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    ESG risks in your supply chain

    Greater scrutiny of social and environmental risks and their effects, and growing regulatory action, will keep supply chains in the spotlight for many risk professionals.

    ESG has quickly risen up the corporate agenda, and many companies are taking steps to improve their environmental, social, and governance practices. But ESG risk extends into the supply chain, and companies must be aware of these risks in their suppliers and other partners.

    To spot ESG risk, you have to know what forms it can take. Environmental risks include those related to climate change and biodiversity, whereas social risks could be linked to human rights, impacts on communities, customer relations, health and safety, or forced labor. Governance controversies could stem from corruption and fraud, gender discrimination, internal controls, or anti-competitive practices.

    esg infographic artboardRegulation drives better disclosure

    Regulators require improved disclosures from companies on the social and environmental risks and impacts on their supply chains, and are implementing more rules and stepping up enforcement. Many countries have developed or are developing environmental and human rights due diligence legislation – including Germany, France, Luxembourg, Finland, the Netherlands, and Switzerland.

    In February 2022 the EU proposed mandating companies to carry out due diligence on the impact of their operations and supply chain on the environment and human rights. This far-reaching legislative proposal builds on EU due diligence frameworks such as the Deforestation Regulation aiming to tackle global deforestation and forest degradation, and the Conflict Minerals Regulation aimed at stemming the trade in conflict minerals. Elsewhere, Japan recently began developing guidelines on human rights due diligence.

    Analysis from Moody’s ESG Solutions suggests that companies are unprepared for the increased scrutiny of social and environmental risks in their supply chains. Our assessment finds a high incidence of social and environmental supply chain controversies in sectors with complex supply chains. Furthermore, our ESG assessment data shows that the majority of the most exposed sectors have ‘weak’ or ‘limited’ performance (a score of less than 49 out of 100) in implementing labor and environmental supply chains standards, suggesting a lack of capacity to meet the demands that emerging risks pose.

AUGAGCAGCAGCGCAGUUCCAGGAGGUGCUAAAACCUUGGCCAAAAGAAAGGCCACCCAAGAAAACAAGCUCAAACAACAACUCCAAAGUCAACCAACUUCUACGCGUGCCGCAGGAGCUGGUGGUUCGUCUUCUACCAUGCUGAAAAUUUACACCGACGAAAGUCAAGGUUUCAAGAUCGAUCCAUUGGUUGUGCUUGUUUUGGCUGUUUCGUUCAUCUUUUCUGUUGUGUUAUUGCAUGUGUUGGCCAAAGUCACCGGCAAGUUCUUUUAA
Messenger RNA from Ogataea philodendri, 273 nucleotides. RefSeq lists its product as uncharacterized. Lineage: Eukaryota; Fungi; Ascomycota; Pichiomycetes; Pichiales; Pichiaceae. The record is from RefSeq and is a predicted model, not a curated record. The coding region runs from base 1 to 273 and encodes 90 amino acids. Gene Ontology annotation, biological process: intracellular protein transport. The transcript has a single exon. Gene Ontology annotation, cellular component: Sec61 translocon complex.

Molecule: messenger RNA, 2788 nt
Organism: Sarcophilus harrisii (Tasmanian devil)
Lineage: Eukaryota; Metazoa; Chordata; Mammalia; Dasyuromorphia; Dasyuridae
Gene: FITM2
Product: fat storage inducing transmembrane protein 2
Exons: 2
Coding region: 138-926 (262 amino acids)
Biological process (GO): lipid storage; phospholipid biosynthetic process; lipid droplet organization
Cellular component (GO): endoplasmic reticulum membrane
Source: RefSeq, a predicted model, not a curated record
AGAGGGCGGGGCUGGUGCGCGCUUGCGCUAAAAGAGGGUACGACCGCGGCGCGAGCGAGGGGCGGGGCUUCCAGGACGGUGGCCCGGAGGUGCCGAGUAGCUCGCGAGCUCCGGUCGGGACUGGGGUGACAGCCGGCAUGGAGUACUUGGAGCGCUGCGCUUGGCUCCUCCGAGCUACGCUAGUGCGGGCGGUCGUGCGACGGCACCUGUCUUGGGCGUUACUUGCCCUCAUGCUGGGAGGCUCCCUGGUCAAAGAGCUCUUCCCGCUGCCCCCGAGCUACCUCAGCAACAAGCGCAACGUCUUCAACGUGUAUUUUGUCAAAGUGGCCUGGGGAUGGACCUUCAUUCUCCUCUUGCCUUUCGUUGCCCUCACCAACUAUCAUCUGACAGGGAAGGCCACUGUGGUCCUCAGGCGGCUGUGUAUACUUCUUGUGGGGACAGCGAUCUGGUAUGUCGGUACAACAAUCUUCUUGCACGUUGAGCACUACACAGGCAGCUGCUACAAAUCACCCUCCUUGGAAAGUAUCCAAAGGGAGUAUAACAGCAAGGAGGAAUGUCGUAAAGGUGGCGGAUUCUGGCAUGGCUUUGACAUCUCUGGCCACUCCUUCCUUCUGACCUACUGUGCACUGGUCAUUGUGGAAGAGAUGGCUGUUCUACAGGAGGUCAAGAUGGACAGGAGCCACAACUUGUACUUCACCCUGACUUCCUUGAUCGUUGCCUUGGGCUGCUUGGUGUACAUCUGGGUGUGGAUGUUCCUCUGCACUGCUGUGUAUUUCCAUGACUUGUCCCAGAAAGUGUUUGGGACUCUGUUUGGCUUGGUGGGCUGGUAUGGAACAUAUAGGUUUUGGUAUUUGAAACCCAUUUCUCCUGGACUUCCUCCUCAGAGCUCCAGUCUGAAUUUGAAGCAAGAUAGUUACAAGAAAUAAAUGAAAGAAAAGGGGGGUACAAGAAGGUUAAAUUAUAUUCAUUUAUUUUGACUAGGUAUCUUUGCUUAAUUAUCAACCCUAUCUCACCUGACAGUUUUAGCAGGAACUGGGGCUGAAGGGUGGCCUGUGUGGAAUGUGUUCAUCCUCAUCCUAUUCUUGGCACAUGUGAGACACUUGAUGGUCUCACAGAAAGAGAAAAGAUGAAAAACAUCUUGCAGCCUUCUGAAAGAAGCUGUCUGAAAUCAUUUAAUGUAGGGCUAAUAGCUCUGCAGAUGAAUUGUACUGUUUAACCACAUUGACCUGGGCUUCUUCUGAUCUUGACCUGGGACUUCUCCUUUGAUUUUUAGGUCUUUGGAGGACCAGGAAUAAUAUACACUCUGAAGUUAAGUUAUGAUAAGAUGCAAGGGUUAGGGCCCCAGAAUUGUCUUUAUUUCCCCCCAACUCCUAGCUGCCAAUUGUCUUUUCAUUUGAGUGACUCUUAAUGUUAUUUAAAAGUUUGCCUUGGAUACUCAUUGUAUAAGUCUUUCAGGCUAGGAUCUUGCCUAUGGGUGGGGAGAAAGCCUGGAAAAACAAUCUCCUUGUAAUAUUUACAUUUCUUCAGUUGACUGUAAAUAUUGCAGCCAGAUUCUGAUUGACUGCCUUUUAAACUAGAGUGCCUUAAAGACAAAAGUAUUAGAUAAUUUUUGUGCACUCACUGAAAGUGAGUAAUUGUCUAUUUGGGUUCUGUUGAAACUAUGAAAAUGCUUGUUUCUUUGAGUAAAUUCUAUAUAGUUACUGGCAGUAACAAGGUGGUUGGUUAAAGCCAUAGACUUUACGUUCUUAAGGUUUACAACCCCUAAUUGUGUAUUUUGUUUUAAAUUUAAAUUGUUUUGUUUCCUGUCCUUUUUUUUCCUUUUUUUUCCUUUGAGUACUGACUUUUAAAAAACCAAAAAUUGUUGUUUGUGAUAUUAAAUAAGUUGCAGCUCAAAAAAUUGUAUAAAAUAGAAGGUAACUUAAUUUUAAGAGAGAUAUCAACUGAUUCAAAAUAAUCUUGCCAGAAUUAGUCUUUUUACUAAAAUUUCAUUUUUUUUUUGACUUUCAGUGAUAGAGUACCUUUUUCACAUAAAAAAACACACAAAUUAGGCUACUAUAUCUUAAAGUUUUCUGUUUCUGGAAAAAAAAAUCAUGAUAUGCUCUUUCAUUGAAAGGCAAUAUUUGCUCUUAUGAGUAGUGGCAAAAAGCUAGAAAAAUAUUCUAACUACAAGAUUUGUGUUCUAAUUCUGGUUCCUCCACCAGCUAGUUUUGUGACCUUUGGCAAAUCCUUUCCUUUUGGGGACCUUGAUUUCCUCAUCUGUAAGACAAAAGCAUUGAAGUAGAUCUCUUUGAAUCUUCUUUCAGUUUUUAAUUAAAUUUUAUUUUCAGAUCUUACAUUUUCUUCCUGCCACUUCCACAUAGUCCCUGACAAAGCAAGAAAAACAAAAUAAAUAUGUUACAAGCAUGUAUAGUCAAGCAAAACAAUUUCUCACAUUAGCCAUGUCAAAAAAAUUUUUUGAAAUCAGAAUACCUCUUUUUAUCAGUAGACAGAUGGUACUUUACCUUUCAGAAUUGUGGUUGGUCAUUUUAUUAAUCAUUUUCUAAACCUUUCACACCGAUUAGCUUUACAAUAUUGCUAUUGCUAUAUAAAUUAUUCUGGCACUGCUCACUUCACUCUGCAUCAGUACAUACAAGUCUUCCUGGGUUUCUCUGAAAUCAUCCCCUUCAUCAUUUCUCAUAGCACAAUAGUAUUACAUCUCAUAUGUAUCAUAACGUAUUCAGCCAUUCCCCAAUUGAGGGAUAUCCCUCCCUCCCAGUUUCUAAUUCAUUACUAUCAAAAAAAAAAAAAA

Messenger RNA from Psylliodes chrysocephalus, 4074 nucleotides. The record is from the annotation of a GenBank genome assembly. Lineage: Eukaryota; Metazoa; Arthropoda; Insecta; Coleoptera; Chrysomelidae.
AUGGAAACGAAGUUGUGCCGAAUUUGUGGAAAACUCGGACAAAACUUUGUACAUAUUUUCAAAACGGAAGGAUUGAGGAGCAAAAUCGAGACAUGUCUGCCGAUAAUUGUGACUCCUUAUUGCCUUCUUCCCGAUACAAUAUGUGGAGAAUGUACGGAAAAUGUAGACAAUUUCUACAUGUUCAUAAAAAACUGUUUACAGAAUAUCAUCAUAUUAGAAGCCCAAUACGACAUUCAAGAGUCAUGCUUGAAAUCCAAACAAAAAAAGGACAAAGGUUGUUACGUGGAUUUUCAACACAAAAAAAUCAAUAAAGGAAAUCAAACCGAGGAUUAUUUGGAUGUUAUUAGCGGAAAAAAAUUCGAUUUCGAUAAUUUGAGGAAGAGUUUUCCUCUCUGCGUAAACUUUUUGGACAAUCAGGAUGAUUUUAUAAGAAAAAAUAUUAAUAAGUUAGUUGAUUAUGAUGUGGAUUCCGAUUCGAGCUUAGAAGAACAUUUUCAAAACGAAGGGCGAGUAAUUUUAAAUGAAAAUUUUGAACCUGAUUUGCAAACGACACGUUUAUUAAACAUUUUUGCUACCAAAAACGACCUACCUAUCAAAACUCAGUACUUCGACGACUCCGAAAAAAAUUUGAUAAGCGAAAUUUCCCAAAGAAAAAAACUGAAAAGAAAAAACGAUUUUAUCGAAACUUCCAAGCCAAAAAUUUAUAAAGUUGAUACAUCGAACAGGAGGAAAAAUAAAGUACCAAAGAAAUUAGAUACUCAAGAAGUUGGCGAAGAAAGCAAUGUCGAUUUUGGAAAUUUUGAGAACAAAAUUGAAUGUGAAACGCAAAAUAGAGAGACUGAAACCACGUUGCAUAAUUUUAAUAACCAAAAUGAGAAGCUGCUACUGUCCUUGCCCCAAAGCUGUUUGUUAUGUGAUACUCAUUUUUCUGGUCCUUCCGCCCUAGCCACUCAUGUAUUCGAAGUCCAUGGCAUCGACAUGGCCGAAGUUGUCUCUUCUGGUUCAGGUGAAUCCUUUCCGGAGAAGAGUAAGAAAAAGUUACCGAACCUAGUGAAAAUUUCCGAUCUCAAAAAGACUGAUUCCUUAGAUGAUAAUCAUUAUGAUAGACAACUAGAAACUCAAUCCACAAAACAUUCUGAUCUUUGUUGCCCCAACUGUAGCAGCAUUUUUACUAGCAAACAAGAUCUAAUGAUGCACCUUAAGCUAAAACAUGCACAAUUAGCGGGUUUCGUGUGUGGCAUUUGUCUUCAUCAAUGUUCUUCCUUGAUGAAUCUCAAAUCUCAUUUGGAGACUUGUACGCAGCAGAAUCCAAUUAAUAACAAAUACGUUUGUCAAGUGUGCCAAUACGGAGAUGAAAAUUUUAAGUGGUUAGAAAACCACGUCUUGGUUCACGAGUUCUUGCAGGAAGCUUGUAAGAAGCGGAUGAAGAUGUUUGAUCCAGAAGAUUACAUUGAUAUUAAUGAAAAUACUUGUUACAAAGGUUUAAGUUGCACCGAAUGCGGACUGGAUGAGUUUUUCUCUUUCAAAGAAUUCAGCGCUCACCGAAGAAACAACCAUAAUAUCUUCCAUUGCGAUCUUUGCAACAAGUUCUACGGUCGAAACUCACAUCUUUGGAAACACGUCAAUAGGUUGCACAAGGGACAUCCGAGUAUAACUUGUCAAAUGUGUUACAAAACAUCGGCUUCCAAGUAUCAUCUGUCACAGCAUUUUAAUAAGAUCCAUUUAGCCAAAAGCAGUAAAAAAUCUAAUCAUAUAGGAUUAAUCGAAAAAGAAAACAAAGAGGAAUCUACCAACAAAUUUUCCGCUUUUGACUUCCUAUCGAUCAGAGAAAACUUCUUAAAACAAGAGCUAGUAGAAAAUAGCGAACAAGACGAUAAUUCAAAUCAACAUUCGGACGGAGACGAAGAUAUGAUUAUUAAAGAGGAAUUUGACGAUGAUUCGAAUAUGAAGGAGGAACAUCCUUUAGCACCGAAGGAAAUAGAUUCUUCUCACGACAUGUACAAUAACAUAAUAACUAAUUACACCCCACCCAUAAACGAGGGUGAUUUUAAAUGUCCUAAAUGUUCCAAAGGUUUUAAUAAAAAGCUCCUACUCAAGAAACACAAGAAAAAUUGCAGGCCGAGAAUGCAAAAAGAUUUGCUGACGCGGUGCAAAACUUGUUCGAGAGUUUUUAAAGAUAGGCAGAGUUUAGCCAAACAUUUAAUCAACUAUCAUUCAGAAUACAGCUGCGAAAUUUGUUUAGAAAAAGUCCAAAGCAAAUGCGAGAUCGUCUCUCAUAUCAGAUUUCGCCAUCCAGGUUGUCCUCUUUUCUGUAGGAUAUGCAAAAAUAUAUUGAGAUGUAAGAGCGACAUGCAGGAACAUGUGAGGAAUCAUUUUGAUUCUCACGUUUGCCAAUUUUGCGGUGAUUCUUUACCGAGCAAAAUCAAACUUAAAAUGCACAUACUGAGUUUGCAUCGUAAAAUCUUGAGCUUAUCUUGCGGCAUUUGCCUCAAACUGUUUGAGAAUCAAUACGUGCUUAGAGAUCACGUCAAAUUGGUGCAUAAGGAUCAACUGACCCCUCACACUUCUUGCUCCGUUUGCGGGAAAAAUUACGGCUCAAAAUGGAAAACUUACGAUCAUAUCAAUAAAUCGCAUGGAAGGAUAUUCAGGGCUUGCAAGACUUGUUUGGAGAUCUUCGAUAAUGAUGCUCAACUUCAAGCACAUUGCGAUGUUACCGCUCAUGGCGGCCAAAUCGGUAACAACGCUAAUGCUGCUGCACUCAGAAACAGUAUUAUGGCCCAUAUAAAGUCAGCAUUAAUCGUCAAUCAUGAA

esg infographic sept 2022

    Social controversies remain prevalent

    Social supply chain controversies spiked during the Covid-19 pandemic. Although cases have reduced since then, they are still above pre-pandemic levels. We expect social supply chain controversies to remain above pre-pandemic levels as forthcoming legislation shines a stronger light on poor practices.
    social supply chain controversies table

    Specialized retail has the most social supply chain controversies globally, totaling 117 cases, followed by food with 58 cases, technology hardware with 37, and automobiles with 35.

    top five sectors for social supply chain controversies
    The controversy topics with the most cases are decent wages and forced labor, with 144 and 139 cases worldwide respectively, suggesting that exposed companies are not doing enough to fix workplace problems. Health and safety, child labor and indigenous people’s rights are the next three ESG topics with the most cases. Specialized retail stands out as a sector with a heavy dependence on human capital. It often operates in parts of the world where labor standards are less stringent, leaving the sector’s workforce less protected.